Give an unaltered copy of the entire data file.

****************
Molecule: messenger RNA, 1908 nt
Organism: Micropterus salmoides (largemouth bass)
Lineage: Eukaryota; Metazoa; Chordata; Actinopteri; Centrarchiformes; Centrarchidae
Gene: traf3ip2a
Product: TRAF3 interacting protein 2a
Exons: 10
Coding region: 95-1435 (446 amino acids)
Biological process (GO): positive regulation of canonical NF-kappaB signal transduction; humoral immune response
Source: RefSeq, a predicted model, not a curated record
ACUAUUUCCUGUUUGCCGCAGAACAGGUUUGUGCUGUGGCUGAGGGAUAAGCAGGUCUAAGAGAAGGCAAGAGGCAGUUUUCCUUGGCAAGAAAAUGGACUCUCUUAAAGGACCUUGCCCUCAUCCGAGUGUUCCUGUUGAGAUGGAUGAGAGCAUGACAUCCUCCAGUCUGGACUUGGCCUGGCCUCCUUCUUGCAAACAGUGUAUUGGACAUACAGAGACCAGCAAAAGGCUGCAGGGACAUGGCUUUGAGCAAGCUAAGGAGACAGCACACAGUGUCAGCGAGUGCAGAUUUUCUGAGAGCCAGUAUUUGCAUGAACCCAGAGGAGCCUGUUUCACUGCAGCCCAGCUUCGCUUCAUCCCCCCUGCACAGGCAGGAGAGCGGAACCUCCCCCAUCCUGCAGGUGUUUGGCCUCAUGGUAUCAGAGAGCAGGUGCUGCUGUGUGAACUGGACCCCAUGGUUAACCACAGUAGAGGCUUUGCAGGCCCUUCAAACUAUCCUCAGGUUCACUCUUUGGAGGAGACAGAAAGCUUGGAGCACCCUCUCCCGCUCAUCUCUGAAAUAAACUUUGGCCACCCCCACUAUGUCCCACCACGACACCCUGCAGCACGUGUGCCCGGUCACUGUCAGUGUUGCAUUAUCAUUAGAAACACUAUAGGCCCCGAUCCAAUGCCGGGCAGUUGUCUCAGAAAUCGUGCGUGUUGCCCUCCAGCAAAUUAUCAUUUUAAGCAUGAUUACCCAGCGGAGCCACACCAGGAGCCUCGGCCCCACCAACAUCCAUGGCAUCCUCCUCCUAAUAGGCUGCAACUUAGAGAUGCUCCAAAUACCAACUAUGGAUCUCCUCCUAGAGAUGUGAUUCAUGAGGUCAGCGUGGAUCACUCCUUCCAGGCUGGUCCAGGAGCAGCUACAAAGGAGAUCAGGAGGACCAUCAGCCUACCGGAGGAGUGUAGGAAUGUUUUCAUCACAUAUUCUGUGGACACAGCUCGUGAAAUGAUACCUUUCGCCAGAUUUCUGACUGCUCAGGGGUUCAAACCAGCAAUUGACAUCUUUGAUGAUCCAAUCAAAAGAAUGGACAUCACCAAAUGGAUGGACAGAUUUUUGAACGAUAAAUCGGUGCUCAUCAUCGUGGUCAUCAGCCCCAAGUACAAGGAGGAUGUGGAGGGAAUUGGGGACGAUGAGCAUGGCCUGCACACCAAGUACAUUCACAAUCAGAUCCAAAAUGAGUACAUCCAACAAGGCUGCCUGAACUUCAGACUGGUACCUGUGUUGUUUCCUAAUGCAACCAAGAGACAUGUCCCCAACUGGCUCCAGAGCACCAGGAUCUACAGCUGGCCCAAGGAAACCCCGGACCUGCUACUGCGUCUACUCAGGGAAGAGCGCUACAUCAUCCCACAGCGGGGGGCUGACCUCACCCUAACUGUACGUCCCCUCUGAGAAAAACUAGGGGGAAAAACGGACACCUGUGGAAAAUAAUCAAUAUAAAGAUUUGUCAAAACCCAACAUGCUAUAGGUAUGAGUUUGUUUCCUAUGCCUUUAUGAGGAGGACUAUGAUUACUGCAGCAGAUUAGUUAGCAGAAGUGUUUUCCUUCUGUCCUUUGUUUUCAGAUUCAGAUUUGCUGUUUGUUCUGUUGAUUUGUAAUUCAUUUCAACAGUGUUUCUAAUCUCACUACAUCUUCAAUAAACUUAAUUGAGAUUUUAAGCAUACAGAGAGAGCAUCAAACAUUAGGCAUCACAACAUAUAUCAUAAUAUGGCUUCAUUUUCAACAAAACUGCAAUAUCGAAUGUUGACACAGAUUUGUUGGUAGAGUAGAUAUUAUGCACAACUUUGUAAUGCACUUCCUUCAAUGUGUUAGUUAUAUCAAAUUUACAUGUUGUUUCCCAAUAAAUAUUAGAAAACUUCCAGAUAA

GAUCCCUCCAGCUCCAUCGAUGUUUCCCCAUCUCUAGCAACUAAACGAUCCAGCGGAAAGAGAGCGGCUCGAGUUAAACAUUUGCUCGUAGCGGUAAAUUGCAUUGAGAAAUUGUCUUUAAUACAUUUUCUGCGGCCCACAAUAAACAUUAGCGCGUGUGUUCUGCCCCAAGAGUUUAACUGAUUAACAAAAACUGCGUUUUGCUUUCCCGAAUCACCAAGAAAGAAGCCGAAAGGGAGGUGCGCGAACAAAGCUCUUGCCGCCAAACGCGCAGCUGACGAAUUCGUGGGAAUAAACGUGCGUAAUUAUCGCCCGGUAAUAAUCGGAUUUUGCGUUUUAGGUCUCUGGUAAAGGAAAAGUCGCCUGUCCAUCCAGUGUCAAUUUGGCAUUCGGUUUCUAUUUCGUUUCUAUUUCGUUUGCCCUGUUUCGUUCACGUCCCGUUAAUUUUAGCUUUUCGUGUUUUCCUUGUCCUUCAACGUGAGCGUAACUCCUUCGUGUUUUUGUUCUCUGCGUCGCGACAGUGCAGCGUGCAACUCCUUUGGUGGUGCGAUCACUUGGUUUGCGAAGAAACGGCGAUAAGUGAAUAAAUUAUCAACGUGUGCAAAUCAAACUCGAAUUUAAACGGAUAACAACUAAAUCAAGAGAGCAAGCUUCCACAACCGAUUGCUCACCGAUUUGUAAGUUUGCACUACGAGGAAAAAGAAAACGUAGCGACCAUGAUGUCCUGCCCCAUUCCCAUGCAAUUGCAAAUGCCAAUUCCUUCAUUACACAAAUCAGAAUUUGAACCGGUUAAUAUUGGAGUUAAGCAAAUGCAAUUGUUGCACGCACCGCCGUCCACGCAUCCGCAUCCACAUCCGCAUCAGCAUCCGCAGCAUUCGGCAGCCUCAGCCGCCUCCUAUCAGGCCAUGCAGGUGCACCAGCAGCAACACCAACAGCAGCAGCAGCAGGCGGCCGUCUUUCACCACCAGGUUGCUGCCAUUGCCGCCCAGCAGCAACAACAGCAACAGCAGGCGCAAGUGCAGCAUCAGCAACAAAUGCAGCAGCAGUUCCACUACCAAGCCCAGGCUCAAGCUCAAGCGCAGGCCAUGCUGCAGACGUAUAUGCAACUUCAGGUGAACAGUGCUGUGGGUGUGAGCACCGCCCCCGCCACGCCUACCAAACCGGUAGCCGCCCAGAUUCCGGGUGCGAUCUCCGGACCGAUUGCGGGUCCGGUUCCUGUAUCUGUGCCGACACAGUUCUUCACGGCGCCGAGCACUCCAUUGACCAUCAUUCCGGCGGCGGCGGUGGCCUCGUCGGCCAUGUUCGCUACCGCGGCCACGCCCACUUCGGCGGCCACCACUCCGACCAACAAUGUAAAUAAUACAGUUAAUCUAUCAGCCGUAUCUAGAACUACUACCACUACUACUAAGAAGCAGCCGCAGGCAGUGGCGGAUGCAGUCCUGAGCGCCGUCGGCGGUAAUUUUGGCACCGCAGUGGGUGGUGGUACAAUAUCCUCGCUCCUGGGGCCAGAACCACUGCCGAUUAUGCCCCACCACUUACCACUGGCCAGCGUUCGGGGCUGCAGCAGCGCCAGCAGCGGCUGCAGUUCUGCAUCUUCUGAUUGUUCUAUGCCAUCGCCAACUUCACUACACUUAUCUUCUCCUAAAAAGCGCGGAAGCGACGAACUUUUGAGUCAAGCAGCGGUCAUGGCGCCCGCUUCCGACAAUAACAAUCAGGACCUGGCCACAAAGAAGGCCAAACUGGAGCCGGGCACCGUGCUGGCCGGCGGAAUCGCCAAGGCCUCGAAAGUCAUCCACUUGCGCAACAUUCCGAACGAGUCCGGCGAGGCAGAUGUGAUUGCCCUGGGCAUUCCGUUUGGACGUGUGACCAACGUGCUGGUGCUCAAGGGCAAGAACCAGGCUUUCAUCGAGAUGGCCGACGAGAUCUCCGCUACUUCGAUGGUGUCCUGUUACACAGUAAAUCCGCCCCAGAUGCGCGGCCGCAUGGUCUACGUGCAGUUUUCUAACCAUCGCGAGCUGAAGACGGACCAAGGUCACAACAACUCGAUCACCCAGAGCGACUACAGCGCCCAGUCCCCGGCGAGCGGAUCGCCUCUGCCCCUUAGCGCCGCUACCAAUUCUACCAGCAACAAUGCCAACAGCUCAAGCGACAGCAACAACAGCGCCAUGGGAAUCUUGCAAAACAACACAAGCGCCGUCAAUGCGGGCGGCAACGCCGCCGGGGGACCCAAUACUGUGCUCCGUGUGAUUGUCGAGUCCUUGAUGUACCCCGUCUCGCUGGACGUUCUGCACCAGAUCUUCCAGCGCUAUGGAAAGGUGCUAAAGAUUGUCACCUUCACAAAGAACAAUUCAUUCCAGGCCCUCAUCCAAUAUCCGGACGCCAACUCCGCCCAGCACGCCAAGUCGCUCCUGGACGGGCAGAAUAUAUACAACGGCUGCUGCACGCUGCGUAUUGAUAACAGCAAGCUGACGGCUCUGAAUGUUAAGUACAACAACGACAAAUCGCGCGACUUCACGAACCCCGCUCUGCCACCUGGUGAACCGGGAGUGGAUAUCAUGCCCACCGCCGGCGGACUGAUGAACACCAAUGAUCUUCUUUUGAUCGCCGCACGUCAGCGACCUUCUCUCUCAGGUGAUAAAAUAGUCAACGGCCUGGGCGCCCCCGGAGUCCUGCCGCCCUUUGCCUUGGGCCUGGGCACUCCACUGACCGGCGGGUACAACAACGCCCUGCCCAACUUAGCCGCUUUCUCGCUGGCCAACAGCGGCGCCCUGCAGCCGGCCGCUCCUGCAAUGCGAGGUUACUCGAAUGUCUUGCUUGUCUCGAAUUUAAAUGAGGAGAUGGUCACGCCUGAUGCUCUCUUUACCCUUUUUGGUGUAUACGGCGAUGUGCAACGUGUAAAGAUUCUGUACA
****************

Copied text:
Molecule: messenger RNA, 1908 nt
Organism: Micropterus salmoides (largemouth bass)
Lineage: Eukaryota; Metazoa; Chordata; Actinopteri; Centrarchiformes; Centrarchidae
Gene: traf3ip2a
Product: TRAF3 interacting protein 2a
Exons: 10
Coding region: 95-1435 (446 amino acids)
Biological process (GO): positive regulation of canonical NF-kappaB signal transduction; humoral immune response
Source: RefSeq, a predicted model, not a curated record
ACUAUUUCCUGUUUGCCGCAGAACAGGUUUGUGCUGUGGCUGAGGGAUAAGCAGGUCUAAGAGAAGGCAAGAGGCAGUUUUCCUUGGCAAGAAAAUGGACUCUCUUAAAGGACCUUGCCCUCAUCCGAGUGUUCCUGUUGAGAUGGAUGAGAGCAUGACAUCCUCCAGUCUGGACUUGGCCUGGCCUCCUUCUUGCAAACAGUGUAUUGGACAUACAGAGACCAGCAAAAGGCUGCAGGGACAUGGCUUUGAGCAAGCUAAGGAGACAGCACACAGUGUCAGCGAGUGCAGAUUUUCUGAGAGCCAGUAUUUGCAUGAACCCAGAGGAGCCUGUUUCACUGCAGCCCAGCUUCGCUUCAUCCCCCCUGCACAGGCAGGAGAGCGGAACCUCCCCCAUCCUGCAGGUGUUUGGCCUCAUGGUAUCAGAGAGCAGGUGCUGCUGUGUGAACUGGACCCCAUGGUUAACCACAGUAGAGGCUUUGCAGGCCCUUCAAACUAUCCUCAGGUUCACUCUUUGGAGGAGACAGAAAGCUUGGAGCACCCUCUCCCGCUCAUCUCUGAAAUAAACUUUGGCCACCCCCACUAUGUCCCACCACGACACCCUGCAGCACGUGUGCCCGGUCACUGUCAGUGUUGCAUUAUCAUUAGAAACACUAUAGGCCCCGAUCCAAUGCCGGGCAGUUGUCUCAGAAAUCGUGCGUGUUGCCCUCCAGCAAAUUAUCAUUUUAAGCAUGAUUACCCAGCGGAGCCACACCAGGAGCCUCGGCCCCACCAACAUCCAUGGCAUCCUCCUCCUAAUAGGCUGCAACUUAGAGAUGCUCCAAAUACCAACUAUGGAUCUCCUCCUAGAGAUGUGAUUCAUGAGGUCAGCGUGGAUCACUCCUUCCAGGCUGGUCCAGGAGCAGCUACAAAGGAGAUCAGGAGGACCAUCAGCCUACCGGAGGAGUGUAGGAAUGUUUUCAUCACAUAUUCUGUGGACACAGCUCGUGAAAUGAUACCUUUCGCCAGAUUUCUGACUGCUCAGGGGUUCAAACCAGCAAUUGACAUCUUUGAUGAUCCAAUCAAAAGAAUGGACAUCACCAAAUGGAUGGACAGAUUUUUGAACGAUAAAUCGGUGCUCAUCAUCGUGGUCAUCAGCCCCAAGUACAAGGAGGAUGUGGAGGGAAUUGGGGACGAUGAGCAUGGCCUGCACACCAAGUACAUUCACAAUCAGAUCCAAAAUGAGUACAUCCAACAAGGCUGCCUGAACUUCAGACUGGUACCUGUGUUGUUUCCUAAUGCAACCAAGAGACAUGUCCCCAACUGGCUCCAGAGCACCAGGAUCUACAGCUGGCCCAAGGAAACCCCGGACCUGCUACUGCGUCUACUCAGGGAAGAGCGCUACAUCAUCCCACAGCGGGGGGCUGACCUCACCCUAACUGUACGUCCCCUCUGAGAAAAACUAGGGGGAAAAACGGACACCUGUGGAAAAUAAUCAAUAUAAAGAUUUGUCAAAACCCAACAUGCUAUAGGUAUGAGUUUGUUUCCUAUGCCUUUAUGAGGAGGACUAUGAUUACUGCAGCAGAUUAGUUAGCAGAAGUGUUUUCCUUCUGUCCUUUGUUUUCAGAUUCAGAUUUGCUGUUUGUUCUGUUGAUUUGUAAUUCAUUUCAACAGUGUUUCUAAUCUCACUACAUCUUCAAUAAACUUAAUUGAGAUUUUAAGCAUACAGAGAGAGCAUCAAACAUUAGGCAUCACAACAUAUAUCAUAAUAUGGCUUCAUUUUCAACAAAACUGCAAUAUCGAAUGUUGACACAGAUUUGUUGGUAGAGUAGAUAUUAUGCACAACUUUGUAAUGCACUUCCUUCAAUGUGUUAGUUAUAUCAAAUUUACAUGUUGUUUCCCAAUAAAUAUUAGAAAACUUCCAGAUAA

GAUCCCUCCAGCUCCAUCGAUGUUUCCCCAUCUCUAGCAACUAAACGAUCCAGCGGAAAGAGAGCGGCUCGAGUUAAACAUUUGCUCGUAGCGGUAAAUUGCAUUGAGAAAUUGUCUUUAAUACAUUUUCUGCGGCCCACAAUAAACAUUAGCGCGUGUGUUCUGCCCCAAGAGUUUAACUGAUUAACAAAAACUGCGUUUUGCUUUCCCGAAUCACCAAGAAAGAAGCCGAAAGGGAGGUGCGCGAACAAAGCUCUUGCCGCCAAACGCGCAGCUGACGAAUUCGUGGGAAUAAACGUGCGUAAUUAUCGCCCGGUAAUAAUCGGAUUUUGCGUUUUAGGUCUCUGGUAAAGGAAAAGUCGCCUGUCCAUCCAGUGUCAAUUUGGCAUUCGGUUUCUAUUUCGUUUCUAUUUCGUUUGCCCUGUUUCGUUCACGUCCCGUUAAUUUUAGCUUUUCGUGUUUUCCUUGUCCUUCAACGUGAGCGUAACUCCUUCGUGUUUUUGUUCUCUGCGUCGCGACAGUGCAGCGUGCAACUCCUUUGGUGGUGCGAUCACUUGGUUUGCGAAGAAACGGCGAUAAGUGAAUAAAUUAUCAACGUGUGCAAAUCAAACUCGAAUUUAAACGGAUAACAACUAAAUCAAGAGAGCAAGCUUCCACAACCGAUUGCUCACCGAUUUGUAAGUUUGCACUACGAGGAAAAAGAAAACGUAGCGACCAUGAUGUCCUGCCCCAUUCCCAUGCAAUUGCAAAUGCCAAUUCCUUCAUUACACAAAUCAGAAUUUGAACCGGUUAAUAUUGGAGUUAAGCAAAUGCAAUUGUUGCACGCACCGCCGUCCACGCAUCCGCAUCCACAUCCGCAUCAGCAUCCGCAGCAUUCGGCAGCCUCAGCCGCCUCCUAUCAGGCCAUGCAGGUGCACCAGCAGCAACACCAACAGCAGCAGCAGCAGGCGGCCGUCUUUCACCACCAGGUUGCUGCCAUUGCCGCCCAGCAGCAACAACAGCAACAGCAGGCGCAAGUGCAGCAUCAGCAACAAAUGCAGCAGCAGUUCCACUACCAAGCCCAGGCUCAAGCUCAAGCGCAGGCCAUGCUGCAGACGUAUAUGCAACUUCAGGUGAACAGUGCUGUGGGUGUGAGCACCGCCCCCGCCACGCCUACCAAACCGGUAGCCGCCCAGAUUCCGGGUGCGAUCUCCGGACCGAUUGCGGGUCCGGUUCCUGUAUCUGUGCCGACACAGUUCUUCACGGCGCCGAGCACUCCAUUGACCAUCAUUCCGGCGGCGGCGGUGGCCUCGUCGGCCAUGUUCGCUACCGCGGCCACGCCCACUUCGGCGGCCACCACUCCGACCAACAAUGUAAAUAAUACAGUUAAUCUAUCAGCCGUAUCUAGAACUACUACCACUACUACUAAGAAGCAGCCGCAGGCAGUGGCGGAUGCAGUCCUGAGCGCCGUCGGCGGUAAUUUUGGCACCGCAGUGGGUGGUGGUACAAUAUCCUCGCUCCUGGGGCCAGAACCACUGCCGAUUAUGCCCCACCACUUACCACUGGCCAGCGUUCGGGGCUGCAGCAGCGCCAGCAGCGGCUGCAGUUCUGCAUCUUCUGAUUGUUCUAUGCCAUCGCCAACUUCACUACACUUAUCUUCUCCUAAAAAGCGCGGAAGCGACGAACUUUUGAGUCAAGCAGCGGUCAUGGCGCCCGCUUCCGACAAUAACAAUCAGGACCUGGCCACAAAGAAGGCCAAACUGGAGCCGGGCACCGUGCUGGCCGGCGGAAUCGCCAAGGCCUCGAAAGUCAUCCACUUGCGCAACAUUCCGAACGAGUCCGGCGAGGCAGAUGUGAUUGCCCUGGGCAUUCCGUUUGGACGUGUGACCAACGUGCUGGUGCUCAAGGGCAAGAACCAGGCUUUCAUCGAGAUGGCCGACGAGAUCUCCGCUACUUCGAUGGUGUCCUGUUACACAGUAAAUCCGCCCCAGAUGCGCGGCCGCAUGGUCUACGUGCAGUUUUCUAACCAUCGCGAGCUGAAGACGGACCAAGGUCACAACAACUCGAUCACCCAGAGCGACUACAGCGCCCAGUCCCCGGCGAGCGGAUCGCCUCUGCCCCUUAGCGCCGCUACCAAUUCUACCAGCAACAAUGCCAACAGCUCAAGCGACAGCAACAACAGCGCCAUGGGAAUCUUGCAAAACAACACAAGCGCCGUCAAUGCGGGCGGCAACGCCGCCGGGGGACCCAAUACUGUGCUCCGUGUGAUUGUCGAGUCCUUGAUGUACCCCGUCUCGCUGGACGUUCUGCACCAGAUCUUCCAGCGCUAUGGAAAGGUGCUAAAGAUUGUCACCUUCACAAAGAACAAUUCAUUCCAGGCCCUCAUCCAAUAUCCGGACGCCAACUCCGCCCAGCACGCCAAGUCGCUCCUGGACGGGCAGAAUAUAUACAACGGCUGCUGCACGCUGCGUAUUGAUAACAGCAAGCUGACGGCUCUGAAUGUUAAGUACAACAACGACAAAUCGCGCGACUUCACGAACCCCGCUCUGCCACCUGGUGAACCGGGAGUGGAUAUCAUGCCCACCGCCGGCGGACUGAUGAACACCAAUGAUCUUCUUUUGAUCGCCGCACGUCAGCGACCUUCUCUCUCAGGUGAUAAAAUAGUCAACGGCCUGGGCGCCCCCGGAGUCCUGCCGCCCUUUGCCUUGGGCCUGGGCACUCCACUGACCGGCGGGUACAACAACGCCCUGCCCAACUUAGCCGCUUUCUCGCUGGCCAACAGCGGCGCCCUGCAGCCGGCCGCUCCUGCAAUGCGAGGUUACUCGAAUGUCUUGCUUGUCUCGAAUUUAAAUGAGGAGAUGGUCACGCCUGAUGCUCUCUUUACCCUUUUUGGUGUAUACGGCGAUGUGCAACGUGUAAAGAUUCUGUACA